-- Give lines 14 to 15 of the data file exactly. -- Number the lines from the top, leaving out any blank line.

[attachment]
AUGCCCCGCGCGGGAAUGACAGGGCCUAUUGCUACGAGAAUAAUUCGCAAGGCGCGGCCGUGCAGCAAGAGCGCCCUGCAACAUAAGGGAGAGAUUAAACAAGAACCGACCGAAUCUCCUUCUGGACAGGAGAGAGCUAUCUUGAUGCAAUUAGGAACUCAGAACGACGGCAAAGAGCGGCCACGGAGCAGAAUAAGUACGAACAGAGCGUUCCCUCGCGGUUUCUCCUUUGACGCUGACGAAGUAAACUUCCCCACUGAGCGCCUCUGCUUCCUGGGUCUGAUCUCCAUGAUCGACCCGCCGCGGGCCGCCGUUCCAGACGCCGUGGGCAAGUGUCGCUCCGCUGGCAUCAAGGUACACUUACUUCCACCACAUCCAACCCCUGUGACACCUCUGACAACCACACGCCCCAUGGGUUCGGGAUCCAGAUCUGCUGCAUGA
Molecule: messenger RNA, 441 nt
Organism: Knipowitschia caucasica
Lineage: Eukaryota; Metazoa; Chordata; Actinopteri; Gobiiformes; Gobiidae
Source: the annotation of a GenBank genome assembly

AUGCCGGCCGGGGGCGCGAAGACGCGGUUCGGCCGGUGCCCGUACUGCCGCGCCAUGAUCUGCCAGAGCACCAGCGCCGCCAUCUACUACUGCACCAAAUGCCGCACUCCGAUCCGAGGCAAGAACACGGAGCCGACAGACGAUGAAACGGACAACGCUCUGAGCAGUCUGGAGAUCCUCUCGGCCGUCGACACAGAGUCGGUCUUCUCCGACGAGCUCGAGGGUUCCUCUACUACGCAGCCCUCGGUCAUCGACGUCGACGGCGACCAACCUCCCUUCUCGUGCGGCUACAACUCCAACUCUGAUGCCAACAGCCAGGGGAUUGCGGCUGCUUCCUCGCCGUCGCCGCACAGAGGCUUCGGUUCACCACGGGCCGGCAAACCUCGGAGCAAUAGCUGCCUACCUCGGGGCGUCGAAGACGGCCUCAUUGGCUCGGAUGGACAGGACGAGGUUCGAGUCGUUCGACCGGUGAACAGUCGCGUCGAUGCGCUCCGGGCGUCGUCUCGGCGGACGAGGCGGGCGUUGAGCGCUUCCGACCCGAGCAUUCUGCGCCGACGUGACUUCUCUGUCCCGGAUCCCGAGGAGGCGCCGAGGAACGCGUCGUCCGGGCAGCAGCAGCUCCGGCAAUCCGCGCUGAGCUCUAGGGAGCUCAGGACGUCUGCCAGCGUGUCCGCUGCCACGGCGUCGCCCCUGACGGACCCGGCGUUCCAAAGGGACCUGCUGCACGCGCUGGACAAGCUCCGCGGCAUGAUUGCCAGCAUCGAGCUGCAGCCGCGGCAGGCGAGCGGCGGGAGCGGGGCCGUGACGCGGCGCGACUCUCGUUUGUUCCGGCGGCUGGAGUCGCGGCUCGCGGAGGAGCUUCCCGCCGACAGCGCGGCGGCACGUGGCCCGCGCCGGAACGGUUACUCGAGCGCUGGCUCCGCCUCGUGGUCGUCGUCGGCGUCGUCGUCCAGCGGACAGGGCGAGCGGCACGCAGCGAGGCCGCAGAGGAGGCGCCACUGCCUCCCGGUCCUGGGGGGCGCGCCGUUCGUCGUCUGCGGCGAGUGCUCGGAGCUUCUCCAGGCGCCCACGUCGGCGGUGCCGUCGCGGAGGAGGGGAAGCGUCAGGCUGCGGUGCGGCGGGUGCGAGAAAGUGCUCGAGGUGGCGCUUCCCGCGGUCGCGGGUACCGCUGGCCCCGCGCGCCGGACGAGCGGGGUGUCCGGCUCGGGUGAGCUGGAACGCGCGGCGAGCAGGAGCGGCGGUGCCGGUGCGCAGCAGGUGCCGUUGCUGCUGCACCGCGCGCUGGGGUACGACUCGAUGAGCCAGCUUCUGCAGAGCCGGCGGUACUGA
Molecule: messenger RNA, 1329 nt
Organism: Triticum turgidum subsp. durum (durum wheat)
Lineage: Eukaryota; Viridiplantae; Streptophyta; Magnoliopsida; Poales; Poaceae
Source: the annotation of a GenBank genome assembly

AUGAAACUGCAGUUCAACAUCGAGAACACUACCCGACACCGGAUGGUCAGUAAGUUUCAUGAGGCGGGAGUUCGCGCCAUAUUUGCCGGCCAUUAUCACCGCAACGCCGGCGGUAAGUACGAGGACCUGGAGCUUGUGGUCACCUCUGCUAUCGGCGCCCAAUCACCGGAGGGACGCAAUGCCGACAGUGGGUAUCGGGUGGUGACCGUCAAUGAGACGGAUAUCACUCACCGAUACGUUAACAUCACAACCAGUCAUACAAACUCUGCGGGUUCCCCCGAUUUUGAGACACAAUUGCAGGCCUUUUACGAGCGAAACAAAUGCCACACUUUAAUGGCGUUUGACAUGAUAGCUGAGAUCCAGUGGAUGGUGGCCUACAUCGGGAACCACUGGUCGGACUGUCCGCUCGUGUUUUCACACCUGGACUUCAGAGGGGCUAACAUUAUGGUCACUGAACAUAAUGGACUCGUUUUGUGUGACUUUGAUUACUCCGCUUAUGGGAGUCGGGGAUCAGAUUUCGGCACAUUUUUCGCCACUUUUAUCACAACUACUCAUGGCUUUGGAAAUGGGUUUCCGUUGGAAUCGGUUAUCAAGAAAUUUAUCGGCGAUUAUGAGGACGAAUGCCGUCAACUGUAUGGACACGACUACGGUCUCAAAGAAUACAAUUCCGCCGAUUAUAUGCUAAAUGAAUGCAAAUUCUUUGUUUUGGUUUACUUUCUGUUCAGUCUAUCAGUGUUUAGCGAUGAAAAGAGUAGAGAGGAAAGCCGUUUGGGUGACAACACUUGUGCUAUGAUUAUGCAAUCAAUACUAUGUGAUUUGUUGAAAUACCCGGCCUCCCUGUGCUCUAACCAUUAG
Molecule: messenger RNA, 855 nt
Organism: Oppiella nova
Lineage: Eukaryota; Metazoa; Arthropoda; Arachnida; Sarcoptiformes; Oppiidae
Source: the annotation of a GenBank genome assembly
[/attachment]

Lineage: Eukaryota; Metazoa; Arthropoda; Arachnida; Sarcoptiformes; Oppiidae
Source: the annotation of a GenBank genome assembly